“¿Qué estás haciendo abuelita?” “¿Puedo ayudar?” “¿Enséñame por favor?” This was our ritual, rites performed under a canopy of smoke and dust below the splendor of cerulean Mexican skies. The liturgy was recited in a mixture of our respective tongues; we used our bodies and objects to make meaning of language. From these simple entreaties the relationship between my grandmother and I blossomed. It is my sense that our bond has always been accented by an intricate fusion of intimacy and distance; the borders that divided us, in fact, drew us closer together. I am her first granddaughter. She is my only living grandmother. She waited eleven years for my birth. I waited eleven months each year to reunite with her. As a child I struggled to comprehend the expanse of space and time that separated us. Instead, I measured distance with my senses.
One day from Guerrero, as our brown American colossus barreled through Querétaro, I surrendered my sweater to its floorboard and rolled down the window. My trigeña curls danced frenetically along the window’s beveled edge. I bathed in the delicate Bajío air that sliced through days of cigarette smoke and cynicism, breathing deeply its resplendent, warm air. Six hours outside of Acapulco we glided smoothly along the autopista. Roadblocks, potholes, and topes became relics of a two thousand mile expanse. Two hours from El Bejuco, sea salt invaded the air, hinting of red snapper and prawns. As the sun dipped into the Pacific Ocean and flashes of green shimmered at the horizon signaling my return, I reunited with my grandmother.
My grandmother rose with the sun to scrub every corner of her home. Daybreak was a harmonious time; the lilting voices of peddlers singing their wares transformed the street below her home into a musical floating fish market. With a chorus of vendors and roosters signaling the beginning of a new day, I drowsily stumbled out of bed. Like a lighthouse guiding ships lost at sea, I found my grandmother waiting for me patiently from her perch—a round metal frame chair with lilac plastic cords woven in a sunburst pattern—guiding me to join her over a cup of Nescafé. Between sips of coffee her small, weathered fingers smoothed the folds of her apron. Splotches of bleach ornate as French lace dotted each apron she owned. Though I spent each day with her, my grandmother was an enigma to me and I marveled at her prowess. In a dusky kitchen, my grandmother, through the alchemy of lime and water, transformed kilos of wet corn into hot, delicious tortillas. Delighted by her company and my senses awakened, I insisted upon joining my grandmother in her morning routine.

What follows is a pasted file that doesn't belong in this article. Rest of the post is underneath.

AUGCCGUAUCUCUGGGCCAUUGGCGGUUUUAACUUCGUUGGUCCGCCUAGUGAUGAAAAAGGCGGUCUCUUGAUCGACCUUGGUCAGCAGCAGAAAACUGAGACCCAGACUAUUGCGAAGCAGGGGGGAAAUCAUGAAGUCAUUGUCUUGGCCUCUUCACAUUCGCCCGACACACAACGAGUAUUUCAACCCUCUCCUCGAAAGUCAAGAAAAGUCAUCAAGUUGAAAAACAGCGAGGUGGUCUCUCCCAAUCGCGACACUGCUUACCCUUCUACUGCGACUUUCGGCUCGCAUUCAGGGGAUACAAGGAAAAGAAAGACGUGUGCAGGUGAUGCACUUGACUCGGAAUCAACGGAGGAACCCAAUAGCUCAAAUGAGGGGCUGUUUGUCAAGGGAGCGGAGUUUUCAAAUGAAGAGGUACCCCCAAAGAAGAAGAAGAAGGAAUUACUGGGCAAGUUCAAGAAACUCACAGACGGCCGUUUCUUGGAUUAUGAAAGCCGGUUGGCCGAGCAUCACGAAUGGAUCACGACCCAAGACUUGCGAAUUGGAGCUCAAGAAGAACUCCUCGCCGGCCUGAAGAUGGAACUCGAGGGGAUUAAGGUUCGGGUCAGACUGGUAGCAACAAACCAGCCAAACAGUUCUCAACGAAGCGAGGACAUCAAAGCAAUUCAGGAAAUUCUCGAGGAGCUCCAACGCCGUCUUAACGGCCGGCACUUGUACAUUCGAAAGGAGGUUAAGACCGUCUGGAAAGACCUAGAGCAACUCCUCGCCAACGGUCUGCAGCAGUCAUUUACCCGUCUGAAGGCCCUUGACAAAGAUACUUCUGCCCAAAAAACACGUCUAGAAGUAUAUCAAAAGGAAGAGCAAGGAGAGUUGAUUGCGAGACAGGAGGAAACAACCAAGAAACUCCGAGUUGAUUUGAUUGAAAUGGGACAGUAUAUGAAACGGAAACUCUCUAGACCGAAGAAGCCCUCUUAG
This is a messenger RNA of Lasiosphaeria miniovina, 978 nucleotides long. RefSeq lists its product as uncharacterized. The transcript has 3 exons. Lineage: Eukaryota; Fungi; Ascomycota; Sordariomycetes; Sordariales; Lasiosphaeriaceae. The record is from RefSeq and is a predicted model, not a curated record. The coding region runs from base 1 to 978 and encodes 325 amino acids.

Though I was “muy Americana,” my grandmother found my eagerness to help endearing and designated token chores to make me feel useful. After our café we swept the patio—a large, shaded cement slab that typical of tropical climates functioned as a foyer, dinning room, and sitting area. More than any other part of her home, the patio accumulated dust from the adjacent dirt enclosure, which served as a 24-hour cafeteria to her menagerie of chickens, pigs, and stray dogs and cats. I remember sweeping diligently, trying to mimic my grandmother’s adroit maneuvering of the escoba. Despite my best efforts, I spread dust and dirt from one corner of the patio to the other and sent the chickens squawking in a frenzy to escape the dust storm that erupted from my miniature broom.
Clumsy and unaccustomed to the chores that pueblo life demanded, my grandmother nevertheless praised my feeble efforts with a few kinds words. With the scent of wood smoke clinging to her tawny neck, she embraced me. Emboldened by my grandmother’s warmth, I trailed behind her, pleading to help prepare a meal or wash dishes. After breaking several plates in the stone lavadero, I was demoted to washing silverware and plastic cups. Fully convinced I had been sentenced to the domain of the hopelessly unskilled, I was surprised when one morning my abuela handed me a pail of maíz and instructed me to take the corn to the village molino. Like Gretel minus Hansel, my trail down two stories of jagged stairs that descended from the patio, across El Bejuco’s only paved road, and up a narrow dirt path to the mill, shone with light yellow kernels of corn. Clinging to a few sweaty centavos in my hand, I watched in awe as a woman fed the maíz through an enormous machine, adding water at intervals from the spigot that dangled above until a creamy dough towered over the sides of my indigo pail. With the buzz of the molino echoing in my ears, I raced home.